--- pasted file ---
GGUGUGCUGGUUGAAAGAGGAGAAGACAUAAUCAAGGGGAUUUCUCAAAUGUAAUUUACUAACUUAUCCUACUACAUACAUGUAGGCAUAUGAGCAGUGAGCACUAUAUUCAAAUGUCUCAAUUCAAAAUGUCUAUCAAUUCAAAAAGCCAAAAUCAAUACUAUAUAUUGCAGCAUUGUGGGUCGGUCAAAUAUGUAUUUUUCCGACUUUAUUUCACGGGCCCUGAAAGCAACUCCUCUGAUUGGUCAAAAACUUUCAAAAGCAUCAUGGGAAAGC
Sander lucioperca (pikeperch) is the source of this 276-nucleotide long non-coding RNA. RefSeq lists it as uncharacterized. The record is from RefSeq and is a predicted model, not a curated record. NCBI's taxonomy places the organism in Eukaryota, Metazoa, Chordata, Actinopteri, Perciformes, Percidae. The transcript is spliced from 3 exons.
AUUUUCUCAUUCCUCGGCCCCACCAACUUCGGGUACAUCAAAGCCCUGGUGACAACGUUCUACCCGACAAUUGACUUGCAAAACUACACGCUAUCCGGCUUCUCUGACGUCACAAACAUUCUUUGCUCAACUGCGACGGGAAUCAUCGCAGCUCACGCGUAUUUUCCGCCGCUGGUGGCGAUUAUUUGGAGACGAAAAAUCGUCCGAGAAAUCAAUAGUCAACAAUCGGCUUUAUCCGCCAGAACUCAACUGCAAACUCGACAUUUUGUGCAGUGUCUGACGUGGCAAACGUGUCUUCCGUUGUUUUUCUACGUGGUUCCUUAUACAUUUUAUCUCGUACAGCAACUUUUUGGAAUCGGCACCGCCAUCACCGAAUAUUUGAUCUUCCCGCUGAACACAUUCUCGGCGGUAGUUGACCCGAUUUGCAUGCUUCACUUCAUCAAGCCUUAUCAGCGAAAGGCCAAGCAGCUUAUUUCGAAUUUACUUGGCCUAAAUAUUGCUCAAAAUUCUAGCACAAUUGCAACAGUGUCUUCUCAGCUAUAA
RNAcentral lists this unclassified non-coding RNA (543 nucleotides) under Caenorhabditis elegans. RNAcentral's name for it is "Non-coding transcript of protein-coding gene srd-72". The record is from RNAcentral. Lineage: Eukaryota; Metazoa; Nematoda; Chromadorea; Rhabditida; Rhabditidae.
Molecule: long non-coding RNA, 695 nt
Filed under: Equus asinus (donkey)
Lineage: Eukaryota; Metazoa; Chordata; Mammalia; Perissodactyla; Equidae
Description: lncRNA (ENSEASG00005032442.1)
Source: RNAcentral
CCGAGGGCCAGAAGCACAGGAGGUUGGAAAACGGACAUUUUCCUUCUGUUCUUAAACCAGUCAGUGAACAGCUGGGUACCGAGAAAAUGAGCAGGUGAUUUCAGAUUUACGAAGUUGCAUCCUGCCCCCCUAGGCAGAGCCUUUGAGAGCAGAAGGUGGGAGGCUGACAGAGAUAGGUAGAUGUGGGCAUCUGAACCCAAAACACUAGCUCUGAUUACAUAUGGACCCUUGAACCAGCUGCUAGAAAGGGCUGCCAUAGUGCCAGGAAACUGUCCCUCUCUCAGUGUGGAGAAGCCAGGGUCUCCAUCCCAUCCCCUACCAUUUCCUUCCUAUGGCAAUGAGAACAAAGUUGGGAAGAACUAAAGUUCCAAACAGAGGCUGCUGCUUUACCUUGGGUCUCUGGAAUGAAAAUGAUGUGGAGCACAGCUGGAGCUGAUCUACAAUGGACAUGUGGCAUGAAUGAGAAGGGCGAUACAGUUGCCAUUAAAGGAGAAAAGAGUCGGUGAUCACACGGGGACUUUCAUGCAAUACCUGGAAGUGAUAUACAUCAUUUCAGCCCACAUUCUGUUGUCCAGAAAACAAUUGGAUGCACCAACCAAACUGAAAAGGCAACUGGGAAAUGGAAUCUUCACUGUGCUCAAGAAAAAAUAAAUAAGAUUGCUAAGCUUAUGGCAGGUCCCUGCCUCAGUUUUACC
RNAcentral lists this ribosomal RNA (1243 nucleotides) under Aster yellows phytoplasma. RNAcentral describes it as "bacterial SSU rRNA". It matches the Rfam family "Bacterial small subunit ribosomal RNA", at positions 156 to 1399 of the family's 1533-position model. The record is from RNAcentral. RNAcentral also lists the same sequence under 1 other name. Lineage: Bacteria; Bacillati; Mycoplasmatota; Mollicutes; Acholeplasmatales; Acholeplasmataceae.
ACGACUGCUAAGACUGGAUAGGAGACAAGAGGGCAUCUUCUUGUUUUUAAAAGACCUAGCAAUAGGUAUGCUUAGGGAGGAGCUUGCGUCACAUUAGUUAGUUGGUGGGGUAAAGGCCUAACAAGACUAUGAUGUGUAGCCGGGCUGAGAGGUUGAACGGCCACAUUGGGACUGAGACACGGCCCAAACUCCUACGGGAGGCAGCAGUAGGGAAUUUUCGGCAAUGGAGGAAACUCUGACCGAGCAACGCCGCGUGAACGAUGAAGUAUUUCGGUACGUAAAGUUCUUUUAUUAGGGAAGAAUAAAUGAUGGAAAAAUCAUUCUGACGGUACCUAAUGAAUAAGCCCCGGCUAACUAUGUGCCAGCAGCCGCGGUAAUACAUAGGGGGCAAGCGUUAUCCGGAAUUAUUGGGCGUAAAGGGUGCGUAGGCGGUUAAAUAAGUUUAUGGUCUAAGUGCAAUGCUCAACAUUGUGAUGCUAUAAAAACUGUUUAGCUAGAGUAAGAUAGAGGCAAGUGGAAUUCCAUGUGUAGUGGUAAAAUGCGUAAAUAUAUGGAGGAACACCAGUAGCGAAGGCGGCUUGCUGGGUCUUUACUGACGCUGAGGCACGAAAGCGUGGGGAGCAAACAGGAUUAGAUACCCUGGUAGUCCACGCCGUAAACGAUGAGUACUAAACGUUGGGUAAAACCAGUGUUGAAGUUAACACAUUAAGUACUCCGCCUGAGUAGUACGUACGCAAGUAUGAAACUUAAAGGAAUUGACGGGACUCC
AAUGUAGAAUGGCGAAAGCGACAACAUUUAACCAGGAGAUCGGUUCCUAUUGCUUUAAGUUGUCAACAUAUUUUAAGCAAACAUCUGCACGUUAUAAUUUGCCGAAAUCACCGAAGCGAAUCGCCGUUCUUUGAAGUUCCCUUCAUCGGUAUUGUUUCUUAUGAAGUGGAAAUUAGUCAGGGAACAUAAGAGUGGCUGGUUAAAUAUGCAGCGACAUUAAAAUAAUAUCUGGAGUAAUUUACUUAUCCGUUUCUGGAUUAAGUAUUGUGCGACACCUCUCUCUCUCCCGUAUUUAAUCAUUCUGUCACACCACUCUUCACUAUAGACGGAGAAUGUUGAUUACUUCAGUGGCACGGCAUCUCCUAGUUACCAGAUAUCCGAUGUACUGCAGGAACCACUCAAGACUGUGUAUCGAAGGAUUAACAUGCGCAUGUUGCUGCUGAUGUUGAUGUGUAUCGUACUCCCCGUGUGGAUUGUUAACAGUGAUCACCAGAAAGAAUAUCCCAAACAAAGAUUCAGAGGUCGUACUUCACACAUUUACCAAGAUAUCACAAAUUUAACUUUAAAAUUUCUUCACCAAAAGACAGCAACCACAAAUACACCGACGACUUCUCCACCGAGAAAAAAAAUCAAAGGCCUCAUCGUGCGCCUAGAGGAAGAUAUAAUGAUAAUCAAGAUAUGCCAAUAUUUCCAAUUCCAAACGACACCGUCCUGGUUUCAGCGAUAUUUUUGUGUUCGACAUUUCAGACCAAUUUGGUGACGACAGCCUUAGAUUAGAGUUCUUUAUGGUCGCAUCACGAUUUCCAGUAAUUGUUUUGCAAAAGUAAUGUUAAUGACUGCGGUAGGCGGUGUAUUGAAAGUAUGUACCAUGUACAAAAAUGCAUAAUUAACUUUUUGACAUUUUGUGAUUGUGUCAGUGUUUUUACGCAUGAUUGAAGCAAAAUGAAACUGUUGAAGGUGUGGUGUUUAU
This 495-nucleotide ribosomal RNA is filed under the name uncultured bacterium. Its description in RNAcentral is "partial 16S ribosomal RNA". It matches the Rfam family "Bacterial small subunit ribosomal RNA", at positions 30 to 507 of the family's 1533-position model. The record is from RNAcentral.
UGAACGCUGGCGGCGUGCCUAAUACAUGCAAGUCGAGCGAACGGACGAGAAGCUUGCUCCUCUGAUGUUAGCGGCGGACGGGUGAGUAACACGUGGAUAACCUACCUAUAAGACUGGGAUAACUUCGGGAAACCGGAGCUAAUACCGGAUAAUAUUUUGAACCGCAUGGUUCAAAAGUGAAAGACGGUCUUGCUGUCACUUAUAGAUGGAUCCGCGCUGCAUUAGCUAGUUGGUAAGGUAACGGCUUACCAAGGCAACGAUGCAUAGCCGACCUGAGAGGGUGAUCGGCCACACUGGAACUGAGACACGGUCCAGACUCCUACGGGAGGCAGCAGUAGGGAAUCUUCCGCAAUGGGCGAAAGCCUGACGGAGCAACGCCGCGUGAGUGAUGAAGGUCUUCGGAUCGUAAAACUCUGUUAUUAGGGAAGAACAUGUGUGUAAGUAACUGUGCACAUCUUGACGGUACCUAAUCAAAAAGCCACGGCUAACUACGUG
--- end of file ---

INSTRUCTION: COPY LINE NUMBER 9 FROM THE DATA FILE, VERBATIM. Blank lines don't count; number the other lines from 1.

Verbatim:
Source: RNAcentral